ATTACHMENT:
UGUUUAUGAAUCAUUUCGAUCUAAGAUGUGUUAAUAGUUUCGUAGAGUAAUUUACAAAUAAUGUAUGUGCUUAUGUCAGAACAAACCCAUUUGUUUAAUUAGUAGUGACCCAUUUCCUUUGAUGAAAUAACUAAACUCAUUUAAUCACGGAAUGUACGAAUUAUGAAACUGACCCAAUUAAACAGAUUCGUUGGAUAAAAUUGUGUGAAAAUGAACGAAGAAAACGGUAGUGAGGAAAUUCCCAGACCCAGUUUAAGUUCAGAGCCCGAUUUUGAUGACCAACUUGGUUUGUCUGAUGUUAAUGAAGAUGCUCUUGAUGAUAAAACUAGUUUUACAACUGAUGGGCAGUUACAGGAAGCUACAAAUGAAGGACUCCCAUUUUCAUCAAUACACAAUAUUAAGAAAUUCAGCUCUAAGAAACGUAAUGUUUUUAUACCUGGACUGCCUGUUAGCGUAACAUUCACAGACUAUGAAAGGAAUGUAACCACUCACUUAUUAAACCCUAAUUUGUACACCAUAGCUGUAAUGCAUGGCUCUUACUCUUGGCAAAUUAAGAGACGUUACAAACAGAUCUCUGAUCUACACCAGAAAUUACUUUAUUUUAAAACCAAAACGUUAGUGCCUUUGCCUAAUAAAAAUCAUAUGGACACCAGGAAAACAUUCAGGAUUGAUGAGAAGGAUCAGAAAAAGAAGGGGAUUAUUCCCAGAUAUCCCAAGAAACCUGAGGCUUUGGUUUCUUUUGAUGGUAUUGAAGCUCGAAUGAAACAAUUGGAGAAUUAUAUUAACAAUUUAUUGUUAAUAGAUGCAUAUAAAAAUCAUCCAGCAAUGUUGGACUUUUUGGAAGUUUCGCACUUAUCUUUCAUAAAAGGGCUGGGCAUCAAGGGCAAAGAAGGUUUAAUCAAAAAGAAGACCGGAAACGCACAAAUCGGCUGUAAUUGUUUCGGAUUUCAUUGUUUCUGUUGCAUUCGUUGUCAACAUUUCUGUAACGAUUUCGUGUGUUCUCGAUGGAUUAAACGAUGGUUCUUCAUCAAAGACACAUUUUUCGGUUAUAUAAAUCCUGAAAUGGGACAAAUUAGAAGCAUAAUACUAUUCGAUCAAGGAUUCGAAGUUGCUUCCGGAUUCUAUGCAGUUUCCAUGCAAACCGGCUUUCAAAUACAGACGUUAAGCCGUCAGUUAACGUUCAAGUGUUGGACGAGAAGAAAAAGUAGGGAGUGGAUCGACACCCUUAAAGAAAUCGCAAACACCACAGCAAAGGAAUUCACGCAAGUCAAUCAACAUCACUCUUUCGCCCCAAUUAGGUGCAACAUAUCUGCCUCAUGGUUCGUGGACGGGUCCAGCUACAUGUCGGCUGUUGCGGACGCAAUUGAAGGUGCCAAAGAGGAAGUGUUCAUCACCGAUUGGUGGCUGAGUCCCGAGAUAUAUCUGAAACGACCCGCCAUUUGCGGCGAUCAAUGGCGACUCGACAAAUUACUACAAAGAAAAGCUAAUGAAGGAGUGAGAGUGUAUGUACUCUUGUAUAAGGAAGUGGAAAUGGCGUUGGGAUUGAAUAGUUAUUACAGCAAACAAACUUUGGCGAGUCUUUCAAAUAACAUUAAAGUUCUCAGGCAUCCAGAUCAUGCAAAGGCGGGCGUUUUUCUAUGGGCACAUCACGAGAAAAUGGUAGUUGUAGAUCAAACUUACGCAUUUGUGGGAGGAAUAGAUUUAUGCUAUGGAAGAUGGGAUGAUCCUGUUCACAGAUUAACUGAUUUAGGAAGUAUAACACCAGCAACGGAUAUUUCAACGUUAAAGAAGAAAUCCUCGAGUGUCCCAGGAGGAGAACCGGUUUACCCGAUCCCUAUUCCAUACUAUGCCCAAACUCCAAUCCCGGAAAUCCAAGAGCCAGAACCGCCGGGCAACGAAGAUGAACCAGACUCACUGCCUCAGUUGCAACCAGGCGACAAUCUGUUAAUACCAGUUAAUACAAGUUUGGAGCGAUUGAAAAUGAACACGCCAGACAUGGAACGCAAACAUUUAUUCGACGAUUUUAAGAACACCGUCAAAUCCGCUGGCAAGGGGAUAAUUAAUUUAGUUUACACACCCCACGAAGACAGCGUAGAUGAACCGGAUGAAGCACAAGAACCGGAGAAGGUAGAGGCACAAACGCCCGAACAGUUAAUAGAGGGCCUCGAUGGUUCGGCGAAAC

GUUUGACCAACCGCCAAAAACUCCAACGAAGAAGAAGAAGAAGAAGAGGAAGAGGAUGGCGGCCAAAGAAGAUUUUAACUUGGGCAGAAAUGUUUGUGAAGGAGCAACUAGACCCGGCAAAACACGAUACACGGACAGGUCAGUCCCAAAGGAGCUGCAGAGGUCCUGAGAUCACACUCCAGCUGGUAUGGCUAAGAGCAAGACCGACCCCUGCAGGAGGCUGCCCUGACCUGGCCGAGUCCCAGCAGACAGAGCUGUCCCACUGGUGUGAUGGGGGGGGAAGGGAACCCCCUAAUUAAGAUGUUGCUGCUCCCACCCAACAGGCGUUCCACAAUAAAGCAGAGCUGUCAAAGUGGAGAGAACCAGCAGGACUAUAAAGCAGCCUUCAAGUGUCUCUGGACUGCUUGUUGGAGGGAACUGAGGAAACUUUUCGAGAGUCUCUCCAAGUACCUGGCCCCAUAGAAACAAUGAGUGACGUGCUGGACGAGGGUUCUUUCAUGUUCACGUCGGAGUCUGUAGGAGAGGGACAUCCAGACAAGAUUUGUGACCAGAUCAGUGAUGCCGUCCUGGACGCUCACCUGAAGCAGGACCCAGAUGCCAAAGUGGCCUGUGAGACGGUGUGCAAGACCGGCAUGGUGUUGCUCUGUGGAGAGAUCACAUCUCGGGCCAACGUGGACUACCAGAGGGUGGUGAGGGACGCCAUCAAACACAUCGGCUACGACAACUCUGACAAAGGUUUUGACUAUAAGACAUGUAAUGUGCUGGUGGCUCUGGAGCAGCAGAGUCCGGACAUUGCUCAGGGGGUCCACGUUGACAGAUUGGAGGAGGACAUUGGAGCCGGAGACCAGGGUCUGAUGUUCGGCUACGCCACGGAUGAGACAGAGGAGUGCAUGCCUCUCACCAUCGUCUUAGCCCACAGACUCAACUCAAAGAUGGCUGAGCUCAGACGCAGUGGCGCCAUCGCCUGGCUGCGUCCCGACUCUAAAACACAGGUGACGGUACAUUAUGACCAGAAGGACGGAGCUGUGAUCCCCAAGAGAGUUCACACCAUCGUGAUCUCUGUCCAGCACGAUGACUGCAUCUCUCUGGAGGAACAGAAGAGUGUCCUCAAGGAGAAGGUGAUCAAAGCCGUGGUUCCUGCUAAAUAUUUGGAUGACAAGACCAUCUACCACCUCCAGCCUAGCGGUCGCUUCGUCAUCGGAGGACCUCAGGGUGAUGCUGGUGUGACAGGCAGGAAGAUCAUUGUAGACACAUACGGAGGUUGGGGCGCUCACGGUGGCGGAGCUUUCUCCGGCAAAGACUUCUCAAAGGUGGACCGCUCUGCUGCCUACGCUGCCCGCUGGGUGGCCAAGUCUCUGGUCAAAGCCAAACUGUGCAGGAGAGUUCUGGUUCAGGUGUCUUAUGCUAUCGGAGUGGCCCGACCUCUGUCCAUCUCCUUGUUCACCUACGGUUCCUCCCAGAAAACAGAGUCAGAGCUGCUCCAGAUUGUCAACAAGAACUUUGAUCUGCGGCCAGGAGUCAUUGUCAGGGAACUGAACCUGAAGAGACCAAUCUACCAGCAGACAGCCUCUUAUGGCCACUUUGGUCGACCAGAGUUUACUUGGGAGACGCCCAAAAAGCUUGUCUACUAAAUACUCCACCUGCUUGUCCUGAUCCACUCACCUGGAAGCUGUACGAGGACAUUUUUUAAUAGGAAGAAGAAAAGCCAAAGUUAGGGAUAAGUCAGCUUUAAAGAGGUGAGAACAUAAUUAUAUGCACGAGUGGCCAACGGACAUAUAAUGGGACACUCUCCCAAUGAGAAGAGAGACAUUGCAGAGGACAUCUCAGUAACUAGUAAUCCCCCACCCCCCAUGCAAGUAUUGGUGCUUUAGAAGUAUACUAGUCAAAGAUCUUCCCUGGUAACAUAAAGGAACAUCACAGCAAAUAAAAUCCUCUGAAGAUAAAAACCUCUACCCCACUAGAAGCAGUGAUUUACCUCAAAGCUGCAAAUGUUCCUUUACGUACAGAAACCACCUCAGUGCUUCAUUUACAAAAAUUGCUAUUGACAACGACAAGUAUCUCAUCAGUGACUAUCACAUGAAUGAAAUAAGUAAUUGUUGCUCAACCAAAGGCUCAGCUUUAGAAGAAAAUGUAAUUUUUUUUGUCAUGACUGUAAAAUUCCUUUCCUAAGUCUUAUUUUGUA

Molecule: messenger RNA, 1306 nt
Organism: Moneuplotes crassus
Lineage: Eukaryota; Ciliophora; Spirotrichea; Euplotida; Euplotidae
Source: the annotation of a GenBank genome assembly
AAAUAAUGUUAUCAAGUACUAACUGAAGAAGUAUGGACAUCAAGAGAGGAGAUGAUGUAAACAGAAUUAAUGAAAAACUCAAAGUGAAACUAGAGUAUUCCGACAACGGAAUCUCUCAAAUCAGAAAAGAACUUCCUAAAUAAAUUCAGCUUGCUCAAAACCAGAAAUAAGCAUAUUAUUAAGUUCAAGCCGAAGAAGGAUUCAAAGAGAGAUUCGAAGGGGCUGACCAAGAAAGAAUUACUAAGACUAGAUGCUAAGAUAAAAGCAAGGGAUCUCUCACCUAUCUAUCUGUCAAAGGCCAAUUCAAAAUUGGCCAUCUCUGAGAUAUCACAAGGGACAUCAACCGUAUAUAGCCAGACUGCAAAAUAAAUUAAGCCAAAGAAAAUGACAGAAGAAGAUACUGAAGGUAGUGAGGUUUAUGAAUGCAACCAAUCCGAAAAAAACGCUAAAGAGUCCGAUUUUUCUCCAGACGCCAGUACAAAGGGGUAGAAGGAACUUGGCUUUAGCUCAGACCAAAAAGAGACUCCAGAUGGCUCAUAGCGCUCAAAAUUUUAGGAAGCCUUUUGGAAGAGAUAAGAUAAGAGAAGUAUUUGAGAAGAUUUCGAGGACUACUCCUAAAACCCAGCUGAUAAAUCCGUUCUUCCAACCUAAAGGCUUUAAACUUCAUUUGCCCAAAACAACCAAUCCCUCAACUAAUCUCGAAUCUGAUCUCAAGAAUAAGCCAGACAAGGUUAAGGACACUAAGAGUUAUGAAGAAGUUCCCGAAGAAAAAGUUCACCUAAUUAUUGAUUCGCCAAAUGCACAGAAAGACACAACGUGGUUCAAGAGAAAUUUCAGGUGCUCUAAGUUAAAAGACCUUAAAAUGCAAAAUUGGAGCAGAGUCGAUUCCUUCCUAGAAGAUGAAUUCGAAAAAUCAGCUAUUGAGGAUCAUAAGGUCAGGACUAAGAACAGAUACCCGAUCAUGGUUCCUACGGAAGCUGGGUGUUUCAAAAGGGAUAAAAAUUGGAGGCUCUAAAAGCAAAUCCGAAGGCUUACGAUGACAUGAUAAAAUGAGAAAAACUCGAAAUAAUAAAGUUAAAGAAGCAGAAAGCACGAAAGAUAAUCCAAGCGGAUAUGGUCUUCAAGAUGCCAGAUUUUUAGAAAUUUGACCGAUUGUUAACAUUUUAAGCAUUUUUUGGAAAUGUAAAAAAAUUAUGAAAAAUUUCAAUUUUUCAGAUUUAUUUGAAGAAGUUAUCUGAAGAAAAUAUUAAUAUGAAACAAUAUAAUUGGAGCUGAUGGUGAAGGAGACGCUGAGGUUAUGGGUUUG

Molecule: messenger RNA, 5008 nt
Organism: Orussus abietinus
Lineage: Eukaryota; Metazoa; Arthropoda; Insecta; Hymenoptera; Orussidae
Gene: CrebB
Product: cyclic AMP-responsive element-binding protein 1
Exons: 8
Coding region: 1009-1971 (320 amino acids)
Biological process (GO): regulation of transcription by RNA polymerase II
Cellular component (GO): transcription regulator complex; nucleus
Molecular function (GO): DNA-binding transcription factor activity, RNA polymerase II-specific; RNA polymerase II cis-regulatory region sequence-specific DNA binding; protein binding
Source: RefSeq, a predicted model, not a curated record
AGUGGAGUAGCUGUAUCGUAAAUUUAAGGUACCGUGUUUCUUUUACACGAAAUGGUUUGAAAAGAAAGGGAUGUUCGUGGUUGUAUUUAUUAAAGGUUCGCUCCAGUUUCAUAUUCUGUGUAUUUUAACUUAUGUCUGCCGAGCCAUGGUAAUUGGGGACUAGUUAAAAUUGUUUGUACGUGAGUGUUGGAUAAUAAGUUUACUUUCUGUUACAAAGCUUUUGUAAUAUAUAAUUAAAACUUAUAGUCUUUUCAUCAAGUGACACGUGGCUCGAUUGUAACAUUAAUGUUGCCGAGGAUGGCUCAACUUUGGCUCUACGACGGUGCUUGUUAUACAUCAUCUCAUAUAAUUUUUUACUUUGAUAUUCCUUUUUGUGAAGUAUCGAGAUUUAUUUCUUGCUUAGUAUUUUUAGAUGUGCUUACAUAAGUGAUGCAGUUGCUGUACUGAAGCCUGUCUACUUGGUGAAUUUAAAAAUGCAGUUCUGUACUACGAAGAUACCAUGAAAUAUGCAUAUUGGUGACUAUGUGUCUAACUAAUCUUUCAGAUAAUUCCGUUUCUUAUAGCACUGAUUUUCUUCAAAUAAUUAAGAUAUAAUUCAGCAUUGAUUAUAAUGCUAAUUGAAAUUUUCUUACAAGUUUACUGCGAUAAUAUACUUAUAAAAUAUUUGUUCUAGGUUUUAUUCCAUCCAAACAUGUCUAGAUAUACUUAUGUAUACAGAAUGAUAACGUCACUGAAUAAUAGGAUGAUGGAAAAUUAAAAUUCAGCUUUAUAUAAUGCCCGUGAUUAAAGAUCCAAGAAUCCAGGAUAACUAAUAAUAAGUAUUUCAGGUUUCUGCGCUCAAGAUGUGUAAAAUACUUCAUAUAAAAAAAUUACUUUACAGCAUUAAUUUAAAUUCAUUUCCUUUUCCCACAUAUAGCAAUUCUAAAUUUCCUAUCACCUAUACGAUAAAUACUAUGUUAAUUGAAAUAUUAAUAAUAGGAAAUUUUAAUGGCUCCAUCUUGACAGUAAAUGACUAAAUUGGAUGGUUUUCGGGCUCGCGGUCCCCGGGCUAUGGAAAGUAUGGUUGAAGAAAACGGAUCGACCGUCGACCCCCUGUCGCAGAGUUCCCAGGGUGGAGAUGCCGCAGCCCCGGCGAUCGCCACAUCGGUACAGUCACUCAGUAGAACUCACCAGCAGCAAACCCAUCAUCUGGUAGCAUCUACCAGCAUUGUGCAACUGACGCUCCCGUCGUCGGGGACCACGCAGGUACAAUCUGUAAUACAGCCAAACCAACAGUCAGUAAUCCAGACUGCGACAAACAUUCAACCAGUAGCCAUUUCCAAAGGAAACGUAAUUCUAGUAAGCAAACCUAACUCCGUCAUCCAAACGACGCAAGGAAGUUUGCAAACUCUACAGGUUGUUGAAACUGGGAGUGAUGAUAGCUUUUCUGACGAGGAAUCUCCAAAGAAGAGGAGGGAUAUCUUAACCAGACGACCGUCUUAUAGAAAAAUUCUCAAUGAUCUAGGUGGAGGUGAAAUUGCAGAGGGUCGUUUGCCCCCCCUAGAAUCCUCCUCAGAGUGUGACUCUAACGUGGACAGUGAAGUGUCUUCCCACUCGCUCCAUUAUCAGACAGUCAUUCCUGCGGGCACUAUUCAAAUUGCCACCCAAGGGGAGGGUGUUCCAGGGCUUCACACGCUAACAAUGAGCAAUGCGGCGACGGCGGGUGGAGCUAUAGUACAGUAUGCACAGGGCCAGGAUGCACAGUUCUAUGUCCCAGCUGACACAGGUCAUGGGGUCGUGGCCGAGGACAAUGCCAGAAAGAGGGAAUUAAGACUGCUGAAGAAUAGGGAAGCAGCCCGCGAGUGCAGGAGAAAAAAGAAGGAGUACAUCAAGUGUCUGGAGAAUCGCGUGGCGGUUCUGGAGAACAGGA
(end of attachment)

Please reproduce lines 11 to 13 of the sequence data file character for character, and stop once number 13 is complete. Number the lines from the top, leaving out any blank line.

Gene: CrebB
Product: cyclic AMP-responsive element-binding protein 1
Exons: 8